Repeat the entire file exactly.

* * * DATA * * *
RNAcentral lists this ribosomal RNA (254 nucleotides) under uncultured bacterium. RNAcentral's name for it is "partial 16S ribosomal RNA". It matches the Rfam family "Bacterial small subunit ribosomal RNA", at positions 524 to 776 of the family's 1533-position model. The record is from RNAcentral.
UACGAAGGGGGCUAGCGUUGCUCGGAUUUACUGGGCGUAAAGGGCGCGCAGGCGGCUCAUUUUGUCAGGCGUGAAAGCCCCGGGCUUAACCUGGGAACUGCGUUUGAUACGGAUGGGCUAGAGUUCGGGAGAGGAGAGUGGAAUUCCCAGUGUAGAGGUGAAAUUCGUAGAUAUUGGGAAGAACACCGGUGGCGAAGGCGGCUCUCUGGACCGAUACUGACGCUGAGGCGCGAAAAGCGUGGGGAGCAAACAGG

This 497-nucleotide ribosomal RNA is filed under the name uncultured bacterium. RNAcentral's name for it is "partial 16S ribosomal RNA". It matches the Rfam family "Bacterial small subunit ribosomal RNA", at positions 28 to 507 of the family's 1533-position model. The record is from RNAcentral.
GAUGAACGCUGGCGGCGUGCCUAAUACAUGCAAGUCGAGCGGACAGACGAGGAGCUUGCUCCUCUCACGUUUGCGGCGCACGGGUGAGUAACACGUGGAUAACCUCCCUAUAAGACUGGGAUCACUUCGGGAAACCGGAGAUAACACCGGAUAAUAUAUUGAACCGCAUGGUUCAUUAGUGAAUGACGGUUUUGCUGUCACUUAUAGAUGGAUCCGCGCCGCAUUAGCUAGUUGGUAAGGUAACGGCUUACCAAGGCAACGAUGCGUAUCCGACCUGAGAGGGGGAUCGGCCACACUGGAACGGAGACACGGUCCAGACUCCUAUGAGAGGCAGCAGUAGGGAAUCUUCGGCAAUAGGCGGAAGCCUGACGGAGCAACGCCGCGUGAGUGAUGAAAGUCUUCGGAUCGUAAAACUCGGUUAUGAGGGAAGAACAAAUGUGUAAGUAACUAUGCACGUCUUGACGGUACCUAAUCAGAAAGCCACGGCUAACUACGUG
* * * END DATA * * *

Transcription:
RNAcentral lists this ribosomal RNA (254 nucleotides) under uncultured bacterium. RNAcentral's name for it is "partial 16S ribosomal RNA". It matches the Rfam family "Bacterial small subunit ribosomal RNA", at positions 524 to 776 of the family's 1533-position model. The record is from RNAcentral.
UACGAAGGGGGCUAGCGUUGCUCGGAUUUACUGGGCGUAAAGGGCGCGCAGGCGGCUCAUUUUGUCAGGCGUGAAAGCCCCGGGCUUAACCUGGGAACUGCGUUUGAUACGGAUGGGCUAGAGUUCGGGAGAGGAGAGUGGAAUUCCCAGUGUAGAGGUGAAAUUCGUAGAUAUUGGGAAGAACACCGGUGGCGAAGGCGGCUCUCUGGACCGAUACUGACGCUGAGGCGCGAAAAGCGUGGGGAGCAAACAGG

This 497-nucleotide ribosomal RNA is filed under the name uncultured bacterium. RNAcentral's name for it is "partial 16S ribosomal RNA". It matches the Rfam family "Bacterial small subunit ribosomal RNA", at positions 28 to 507 of the family's 1533-position model. The record is from RNAcentral.
GAUGAACGCUGGCGGCGUGCCUAAUACAUGCAAGUCGAGCGGACAGACGAGGAGCUUGCUCCUCUCACGUUUGCGGCGCACGGGUGAGUAACACGUGGAUAACCUCCCUAUAAGACUGGGAUCACUUCGGGAAACCGGAGAUAACACCGGAUAAUAUAUUGAACCGCAUGGUUCAUUAGUGAAUGACGGUUUUGCUGUCACUUAUAGAUGGAUCCGCGCCGCAUUAGCUAGUUGGUAAGGUAACGGCUUACCAAGGCAACGAUGCGUAUCCGACCUGAGAGGGGGAUCGGCCACACUGGAACGGAGACACGGUCCAGACUCCUAUGAGAGGCAGCAGUAGGGAAUCUUCGGCAAUAGGCGGAAGCCUGACGGAGCAACGCCGCGUGAGUGAUGAAAGUCUUCGGAUCGUAAAACUCGGUUAUGAGGGAAGAACAAAUGUGUAAGUAACUAUGCACGUCUUGACGGUACCUAAUCAGAAAGCCACGGCUAACUACGUG